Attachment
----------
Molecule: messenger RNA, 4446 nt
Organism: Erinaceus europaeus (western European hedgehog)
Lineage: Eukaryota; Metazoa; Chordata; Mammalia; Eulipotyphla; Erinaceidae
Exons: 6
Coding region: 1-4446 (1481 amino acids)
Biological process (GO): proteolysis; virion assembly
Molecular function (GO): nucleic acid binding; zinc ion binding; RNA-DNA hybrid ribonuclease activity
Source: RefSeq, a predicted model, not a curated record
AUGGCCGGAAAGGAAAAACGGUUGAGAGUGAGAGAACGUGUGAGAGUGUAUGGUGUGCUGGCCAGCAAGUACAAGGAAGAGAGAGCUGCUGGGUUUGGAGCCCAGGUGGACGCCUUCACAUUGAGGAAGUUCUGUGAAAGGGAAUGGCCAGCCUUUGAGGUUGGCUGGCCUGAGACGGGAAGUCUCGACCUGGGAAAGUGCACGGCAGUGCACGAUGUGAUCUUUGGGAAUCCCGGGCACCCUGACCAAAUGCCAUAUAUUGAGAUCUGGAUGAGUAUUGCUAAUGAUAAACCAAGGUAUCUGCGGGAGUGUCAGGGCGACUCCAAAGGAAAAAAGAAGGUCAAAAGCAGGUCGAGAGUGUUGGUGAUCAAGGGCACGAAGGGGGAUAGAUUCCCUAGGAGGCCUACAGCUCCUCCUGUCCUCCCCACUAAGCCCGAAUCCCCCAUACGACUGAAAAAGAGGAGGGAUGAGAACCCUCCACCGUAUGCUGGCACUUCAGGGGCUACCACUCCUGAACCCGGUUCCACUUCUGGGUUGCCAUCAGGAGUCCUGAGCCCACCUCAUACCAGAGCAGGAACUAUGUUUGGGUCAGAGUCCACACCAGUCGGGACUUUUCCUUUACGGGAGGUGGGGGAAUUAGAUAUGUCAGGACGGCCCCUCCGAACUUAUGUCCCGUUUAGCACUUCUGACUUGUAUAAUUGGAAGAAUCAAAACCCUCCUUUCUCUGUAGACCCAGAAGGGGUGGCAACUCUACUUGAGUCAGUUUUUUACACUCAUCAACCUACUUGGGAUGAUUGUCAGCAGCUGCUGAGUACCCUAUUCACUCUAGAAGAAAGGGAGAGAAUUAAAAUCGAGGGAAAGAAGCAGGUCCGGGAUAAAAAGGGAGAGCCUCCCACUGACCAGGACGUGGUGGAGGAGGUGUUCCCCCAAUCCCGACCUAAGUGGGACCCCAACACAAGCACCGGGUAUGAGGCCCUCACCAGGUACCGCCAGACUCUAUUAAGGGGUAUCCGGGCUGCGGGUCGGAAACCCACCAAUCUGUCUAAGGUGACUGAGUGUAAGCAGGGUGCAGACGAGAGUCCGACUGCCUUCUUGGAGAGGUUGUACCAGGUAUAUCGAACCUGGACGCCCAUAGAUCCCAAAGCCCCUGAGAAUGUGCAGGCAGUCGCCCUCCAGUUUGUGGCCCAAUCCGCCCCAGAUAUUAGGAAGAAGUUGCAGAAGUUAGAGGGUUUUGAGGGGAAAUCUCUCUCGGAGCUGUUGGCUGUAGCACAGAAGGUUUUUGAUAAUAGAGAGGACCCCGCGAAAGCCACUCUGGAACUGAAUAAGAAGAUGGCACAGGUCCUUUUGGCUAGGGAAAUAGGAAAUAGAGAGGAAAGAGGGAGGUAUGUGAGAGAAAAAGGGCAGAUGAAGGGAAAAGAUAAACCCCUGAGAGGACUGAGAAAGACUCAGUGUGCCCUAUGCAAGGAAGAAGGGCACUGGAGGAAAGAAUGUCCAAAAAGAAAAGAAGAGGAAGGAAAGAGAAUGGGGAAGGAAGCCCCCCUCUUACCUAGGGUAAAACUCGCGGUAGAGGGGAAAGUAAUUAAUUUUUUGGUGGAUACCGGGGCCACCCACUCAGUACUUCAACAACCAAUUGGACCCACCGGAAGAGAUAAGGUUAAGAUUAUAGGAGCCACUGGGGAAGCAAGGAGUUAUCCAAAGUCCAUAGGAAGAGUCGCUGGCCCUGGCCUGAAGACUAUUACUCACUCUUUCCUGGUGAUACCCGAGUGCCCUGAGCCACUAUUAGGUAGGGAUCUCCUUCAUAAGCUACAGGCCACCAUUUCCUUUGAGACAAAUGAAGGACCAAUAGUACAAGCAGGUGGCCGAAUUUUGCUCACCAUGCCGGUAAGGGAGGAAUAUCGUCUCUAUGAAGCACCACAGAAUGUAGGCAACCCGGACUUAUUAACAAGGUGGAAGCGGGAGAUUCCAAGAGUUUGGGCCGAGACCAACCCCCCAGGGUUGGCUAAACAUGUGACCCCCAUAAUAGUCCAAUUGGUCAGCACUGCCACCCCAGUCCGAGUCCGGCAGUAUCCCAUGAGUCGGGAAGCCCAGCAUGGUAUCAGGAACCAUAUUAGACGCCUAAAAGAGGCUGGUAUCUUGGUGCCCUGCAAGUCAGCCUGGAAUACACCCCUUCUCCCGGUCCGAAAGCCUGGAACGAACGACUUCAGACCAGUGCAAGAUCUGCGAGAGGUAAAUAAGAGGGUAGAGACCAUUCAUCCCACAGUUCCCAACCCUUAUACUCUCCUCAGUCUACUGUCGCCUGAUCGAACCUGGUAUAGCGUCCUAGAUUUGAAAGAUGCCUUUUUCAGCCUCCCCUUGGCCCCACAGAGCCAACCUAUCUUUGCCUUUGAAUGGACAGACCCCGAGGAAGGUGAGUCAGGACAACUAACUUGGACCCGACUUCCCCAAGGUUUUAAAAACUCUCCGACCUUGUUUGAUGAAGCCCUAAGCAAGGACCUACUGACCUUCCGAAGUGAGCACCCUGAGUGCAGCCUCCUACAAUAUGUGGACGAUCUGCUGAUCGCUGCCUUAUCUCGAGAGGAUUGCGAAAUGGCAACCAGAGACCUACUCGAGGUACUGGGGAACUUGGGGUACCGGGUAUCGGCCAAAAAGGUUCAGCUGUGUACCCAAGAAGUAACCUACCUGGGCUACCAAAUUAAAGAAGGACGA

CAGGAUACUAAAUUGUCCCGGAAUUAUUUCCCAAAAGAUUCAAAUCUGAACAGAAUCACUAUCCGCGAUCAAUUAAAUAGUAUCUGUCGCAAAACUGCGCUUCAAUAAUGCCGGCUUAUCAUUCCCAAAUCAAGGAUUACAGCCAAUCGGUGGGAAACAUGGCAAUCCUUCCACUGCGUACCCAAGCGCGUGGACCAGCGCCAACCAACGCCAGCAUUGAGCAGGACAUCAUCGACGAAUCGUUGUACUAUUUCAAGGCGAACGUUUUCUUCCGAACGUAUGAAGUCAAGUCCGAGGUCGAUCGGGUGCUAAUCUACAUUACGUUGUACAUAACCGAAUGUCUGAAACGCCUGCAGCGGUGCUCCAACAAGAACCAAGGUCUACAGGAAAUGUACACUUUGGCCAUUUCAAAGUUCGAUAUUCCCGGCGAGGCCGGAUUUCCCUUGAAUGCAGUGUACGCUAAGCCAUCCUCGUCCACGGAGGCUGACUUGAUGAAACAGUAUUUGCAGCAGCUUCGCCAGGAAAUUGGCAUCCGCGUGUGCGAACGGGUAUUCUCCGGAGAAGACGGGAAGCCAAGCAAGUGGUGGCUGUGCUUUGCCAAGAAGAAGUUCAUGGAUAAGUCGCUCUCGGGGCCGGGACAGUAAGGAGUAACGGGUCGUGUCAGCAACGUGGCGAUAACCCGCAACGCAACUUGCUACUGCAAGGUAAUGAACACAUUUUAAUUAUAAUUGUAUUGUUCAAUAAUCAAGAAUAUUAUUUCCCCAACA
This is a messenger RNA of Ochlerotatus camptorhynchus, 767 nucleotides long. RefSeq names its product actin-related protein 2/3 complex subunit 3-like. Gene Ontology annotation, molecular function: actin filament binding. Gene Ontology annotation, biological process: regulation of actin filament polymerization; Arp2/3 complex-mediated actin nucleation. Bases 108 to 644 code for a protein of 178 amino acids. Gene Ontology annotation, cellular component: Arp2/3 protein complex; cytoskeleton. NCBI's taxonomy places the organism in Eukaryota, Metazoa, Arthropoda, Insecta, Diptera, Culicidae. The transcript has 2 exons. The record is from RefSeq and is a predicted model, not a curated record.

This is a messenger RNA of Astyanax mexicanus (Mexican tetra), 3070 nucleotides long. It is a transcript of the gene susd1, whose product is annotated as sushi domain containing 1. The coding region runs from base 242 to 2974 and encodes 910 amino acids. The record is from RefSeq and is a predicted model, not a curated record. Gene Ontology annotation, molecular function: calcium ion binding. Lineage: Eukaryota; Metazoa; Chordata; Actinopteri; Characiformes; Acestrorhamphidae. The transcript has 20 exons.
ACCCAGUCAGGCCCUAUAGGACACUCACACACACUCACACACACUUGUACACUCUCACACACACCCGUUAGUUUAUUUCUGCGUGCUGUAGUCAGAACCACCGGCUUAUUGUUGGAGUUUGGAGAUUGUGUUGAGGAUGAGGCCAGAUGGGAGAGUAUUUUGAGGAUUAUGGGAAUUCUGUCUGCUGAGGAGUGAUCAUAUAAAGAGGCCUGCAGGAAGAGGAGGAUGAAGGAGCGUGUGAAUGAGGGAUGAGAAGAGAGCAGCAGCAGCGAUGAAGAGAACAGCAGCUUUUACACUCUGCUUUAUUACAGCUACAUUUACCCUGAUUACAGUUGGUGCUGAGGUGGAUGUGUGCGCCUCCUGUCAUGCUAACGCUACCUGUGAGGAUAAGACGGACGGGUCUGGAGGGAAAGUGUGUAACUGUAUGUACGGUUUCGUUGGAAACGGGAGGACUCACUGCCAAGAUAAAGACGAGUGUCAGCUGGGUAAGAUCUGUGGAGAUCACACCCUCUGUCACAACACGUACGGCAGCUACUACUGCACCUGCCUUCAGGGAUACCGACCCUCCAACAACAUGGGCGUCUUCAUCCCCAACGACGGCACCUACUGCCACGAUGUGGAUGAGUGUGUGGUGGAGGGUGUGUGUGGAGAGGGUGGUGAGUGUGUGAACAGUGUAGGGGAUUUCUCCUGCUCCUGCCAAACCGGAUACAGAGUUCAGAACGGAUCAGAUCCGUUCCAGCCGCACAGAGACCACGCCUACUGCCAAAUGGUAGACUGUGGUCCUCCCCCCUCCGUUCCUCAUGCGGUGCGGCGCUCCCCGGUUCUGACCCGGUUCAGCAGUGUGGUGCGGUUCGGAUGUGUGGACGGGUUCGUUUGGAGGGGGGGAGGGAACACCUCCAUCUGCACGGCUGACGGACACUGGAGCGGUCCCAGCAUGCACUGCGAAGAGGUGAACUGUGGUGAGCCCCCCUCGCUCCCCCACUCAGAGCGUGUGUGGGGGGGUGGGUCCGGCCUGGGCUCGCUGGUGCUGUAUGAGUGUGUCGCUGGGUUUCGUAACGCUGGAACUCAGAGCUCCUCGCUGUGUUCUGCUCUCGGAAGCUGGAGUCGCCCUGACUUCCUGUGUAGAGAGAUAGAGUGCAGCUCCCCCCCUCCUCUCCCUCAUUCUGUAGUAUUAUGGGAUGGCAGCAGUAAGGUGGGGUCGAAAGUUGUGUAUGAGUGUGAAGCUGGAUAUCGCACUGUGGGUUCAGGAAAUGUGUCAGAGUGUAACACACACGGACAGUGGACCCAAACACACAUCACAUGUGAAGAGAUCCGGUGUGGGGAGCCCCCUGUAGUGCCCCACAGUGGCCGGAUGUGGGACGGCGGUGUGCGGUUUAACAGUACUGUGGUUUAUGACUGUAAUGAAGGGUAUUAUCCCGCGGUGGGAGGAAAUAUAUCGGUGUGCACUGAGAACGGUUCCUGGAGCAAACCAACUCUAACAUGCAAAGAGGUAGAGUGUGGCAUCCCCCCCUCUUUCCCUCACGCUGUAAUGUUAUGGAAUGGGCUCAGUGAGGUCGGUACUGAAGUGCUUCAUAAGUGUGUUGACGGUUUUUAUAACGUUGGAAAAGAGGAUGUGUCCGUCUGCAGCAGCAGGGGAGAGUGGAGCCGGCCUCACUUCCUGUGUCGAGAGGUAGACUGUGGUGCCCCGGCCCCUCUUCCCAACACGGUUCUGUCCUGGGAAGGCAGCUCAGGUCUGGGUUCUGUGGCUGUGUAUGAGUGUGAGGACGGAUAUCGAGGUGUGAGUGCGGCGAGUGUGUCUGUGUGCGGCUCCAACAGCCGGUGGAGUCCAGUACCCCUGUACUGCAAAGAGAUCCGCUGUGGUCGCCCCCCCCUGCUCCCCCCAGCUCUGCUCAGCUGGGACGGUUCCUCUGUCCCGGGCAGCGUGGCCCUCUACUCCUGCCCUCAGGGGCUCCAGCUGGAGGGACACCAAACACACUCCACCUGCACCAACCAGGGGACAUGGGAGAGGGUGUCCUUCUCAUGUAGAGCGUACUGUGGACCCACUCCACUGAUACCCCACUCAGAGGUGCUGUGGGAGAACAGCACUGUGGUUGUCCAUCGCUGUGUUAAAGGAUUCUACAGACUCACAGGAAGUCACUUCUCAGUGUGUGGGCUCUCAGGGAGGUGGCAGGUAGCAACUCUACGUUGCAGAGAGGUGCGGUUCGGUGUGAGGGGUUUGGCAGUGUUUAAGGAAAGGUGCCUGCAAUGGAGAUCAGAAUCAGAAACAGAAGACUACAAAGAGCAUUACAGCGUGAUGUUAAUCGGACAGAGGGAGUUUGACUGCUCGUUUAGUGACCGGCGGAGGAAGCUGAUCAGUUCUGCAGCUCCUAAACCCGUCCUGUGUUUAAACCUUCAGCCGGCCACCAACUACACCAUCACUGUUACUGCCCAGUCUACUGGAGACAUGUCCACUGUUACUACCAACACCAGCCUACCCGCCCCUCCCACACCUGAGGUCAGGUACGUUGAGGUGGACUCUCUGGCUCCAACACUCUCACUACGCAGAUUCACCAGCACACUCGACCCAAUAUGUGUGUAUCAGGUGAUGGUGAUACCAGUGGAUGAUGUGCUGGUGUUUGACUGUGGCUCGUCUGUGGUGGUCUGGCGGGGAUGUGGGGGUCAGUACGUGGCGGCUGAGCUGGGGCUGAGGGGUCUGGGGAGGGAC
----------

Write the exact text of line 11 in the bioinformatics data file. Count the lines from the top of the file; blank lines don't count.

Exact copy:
This is a messenger RNA of Ochlerotatus camptorhynchus, 767 nucleotides long. RefSeq names its product actin-related protein 2/3 complex subunit 3-like. Gene Ontology annotation, molecular function: actin filament binding. Gene Ontology annotation, biological process: regulation of actin filament polymerization; Arp2/3 complex-mediated actin nucleation. Bases 108 to 644 code for a protein of 178 amino acids. Gene Ontology annotation, cellular component: Arp2/3 protein complex; cytoskeleton. NCBI's taxonomy places the organism in Eukaryota, Metazoa, Arthropoda, Insecta, Diptera, Culicidae. The transcript has 2 exons. The record is from RefSeq and is a predicted model, not a curated record.